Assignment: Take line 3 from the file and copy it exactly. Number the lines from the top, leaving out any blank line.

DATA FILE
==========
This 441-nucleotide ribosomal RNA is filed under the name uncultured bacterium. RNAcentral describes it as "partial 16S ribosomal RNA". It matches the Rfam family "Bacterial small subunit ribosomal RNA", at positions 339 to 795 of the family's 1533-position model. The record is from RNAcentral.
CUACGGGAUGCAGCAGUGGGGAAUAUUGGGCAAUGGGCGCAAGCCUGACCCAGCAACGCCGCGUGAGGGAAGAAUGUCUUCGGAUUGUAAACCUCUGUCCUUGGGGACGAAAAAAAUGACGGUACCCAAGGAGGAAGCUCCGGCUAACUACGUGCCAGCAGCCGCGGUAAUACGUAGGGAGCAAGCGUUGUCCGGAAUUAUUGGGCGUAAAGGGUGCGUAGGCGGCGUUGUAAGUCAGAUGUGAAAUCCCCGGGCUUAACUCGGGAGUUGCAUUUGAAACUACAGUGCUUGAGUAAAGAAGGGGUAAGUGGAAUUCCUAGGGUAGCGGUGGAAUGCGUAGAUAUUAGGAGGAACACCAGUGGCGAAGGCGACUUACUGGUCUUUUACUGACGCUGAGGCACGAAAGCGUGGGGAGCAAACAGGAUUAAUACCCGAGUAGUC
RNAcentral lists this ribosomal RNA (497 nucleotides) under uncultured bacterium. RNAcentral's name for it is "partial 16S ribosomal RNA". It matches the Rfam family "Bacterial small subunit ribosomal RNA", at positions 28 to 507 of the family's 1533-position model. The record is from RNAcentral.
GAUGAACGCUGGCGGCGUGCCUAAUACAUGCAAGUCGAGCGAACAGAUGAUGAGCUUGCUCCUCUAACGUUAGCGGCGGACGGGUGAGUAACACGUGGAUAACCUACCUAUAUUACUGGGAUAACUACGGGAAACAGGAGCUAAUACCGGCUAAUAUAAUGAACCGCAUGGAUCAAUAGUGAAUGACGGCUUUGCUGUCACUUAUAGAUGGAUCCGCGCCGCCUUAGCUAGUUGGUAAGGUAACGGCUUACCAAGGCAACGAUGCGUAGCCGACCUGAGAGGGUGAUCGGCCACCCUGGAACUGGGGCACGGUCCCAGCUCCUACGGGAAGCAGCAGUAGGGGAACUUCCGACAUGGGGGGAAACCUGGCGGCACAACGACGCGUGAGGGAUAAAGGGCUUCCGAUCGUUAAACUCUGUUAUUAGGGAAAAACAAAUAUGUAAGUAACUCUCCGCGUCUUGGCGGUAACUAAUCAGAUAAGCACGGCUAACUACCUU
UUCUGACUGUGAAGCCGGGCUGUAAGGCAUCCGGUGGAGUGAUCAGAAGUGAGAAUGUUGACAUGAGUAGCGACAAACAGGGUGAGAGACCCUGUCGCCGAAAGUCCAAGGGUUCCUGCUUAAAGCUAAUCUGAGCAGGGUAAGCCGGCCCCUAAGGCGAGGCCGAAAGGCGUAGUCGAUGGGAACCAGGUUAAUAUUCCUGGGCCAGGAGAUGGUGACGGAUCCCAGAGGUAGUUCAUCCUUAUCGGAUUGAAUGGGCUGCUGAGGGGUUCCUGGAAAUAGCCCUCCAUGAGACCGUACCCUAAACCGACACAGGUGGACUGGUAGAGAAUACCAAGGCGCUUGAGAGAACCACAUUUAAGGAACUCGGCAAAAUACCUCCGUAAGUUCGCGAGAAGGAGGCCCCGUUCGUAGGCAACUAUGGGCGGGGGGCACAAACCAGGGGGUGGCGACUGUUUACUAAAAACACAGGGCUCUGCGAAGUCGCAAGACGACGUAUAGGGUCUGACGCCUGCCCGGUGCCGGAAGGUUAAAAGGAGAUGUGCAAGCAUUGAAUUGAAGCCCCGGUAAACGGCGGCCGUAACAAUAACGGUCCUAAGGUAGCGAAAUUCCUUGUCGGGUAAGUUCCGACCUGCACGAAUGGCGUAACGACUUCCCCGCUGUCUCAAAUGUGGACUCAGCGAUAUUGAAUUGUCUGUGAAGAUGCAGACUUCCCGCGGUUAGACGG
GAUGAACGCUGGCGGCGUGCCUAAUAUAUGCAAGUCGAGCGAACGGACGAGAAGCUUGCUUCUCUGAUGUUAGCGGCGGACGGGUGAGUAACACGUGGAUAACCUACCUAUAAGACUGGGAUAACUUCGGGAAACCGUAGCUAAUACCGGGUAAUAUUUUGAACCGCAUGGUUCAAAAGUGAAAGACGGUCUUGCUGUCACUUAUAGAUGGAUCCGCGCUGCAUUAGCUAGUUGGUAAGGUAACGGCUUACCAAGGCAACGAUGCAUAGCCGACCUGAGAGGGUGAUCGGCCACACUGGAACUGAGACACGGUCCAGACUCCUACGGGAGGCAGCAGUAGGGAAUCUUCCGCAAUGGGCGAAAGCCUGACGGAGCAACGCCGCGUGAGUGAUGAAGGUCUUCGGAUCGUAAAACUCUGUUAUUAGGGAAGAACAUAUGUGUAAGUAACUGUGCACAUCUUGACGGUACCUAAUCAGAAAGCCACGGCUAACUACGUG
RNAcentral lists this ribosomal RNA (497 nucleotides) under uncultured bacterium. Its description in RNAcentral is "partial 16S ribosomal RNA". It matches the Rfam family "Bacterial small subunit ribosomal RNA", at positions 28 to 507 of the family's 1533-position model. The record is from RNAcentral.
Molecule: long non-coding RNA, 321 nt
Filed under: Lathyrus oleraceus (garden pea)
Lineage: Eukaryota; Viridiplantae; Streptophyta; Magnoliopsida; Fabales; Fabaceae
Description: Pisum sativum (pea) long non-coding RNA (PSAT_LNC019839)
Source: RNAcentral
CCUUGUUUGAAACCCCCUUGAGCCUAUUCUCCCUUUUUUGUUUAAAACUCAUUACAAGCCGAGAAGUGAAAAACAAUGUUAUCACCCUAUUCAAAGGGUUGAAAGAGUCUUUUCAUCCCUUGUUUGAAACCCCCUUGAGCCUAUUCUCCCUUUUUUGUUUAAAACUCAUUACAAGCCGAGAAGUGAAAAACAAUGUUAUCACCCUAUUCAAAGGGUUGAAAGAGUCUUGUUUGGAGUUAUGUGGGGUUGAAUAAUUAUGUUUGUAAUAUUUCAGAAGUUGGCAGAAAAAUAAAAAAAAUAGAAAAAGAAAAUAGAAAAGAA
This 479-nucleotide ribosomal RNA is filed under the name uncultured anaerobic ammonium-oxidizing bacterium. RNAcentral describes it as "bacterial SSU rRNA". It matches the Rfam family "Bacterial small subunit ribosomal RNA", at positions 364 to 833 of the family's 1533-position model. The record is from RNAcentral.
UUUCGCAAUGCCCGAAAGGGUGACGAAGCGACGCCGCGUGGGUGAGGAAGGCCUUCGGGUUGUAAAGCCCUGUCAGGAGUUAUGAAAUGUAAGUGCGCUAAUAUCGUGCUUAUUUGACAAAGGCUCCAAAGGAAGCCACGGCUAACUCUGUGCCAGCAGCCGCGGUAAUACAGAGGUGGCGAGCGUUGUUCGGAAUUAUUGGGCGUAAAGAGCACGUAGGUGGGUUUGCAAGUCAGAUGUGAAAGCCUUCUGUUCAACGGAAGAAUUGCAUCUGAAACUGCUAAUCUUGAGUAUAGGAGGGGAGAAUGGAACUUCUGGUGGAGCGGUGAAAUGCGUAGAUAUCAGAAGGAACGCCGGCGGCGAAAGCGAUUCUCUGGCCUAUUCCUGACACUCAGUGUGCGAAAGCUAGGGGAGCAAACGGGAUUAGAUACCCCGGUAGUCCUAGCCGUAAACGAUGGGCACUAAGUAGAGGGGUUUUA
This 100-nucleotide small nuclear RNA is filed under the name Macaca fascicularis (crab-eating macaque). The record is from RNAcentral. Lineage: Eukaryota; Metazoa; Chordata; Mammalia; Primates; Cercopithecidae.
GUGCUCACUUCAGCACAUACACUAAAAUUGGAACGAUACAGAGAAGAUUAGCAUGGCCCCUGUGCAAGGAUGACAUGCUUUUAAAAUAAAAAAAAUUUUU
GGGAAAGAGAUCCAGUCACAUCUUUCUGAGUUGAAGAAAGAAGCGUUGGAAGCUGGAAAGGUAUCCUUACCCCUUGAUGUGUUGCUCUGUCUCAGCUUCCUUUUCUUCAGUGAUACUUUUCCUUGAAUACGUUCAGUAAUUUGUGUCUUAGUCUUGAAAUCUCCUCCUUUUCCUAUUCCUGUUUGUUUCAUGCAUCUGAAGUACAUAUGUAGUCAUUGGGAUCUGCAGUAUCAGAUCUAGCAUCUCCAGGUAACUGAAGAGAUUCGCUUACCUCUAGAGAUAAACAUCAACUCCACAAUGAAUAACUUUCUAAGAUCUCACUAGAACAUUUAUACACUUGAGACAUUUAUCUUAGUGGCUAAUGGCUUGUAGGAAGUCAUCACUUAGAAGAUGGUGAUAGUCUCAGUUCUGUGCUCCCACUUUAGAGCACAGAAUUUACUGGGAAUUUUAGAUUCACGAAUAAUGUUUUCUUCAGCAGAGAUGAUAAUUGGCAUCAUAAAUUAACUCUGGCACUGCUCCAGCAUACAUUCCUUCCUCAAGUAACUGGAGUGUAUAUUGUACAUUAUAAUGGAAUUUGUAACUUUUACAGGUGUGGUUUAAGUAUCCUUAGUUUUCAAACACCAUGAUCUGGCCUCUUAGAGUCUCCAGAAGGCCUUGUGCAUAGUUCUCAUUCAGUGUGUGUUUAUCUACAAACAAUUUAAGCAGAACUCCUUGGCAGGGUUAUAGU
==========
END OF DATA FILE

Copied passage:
RNAcentral lists this ribosomal RNA (497 nucleotides) under uncultured bacterium. RNAcentral's name for it is "partial 16S ribosomal RNA". It matches the Rfam family "Bacterial small subunit ribosomal RNA", at positions 28 to 507 of the family's 1533-position model. The record is from RNAcentral.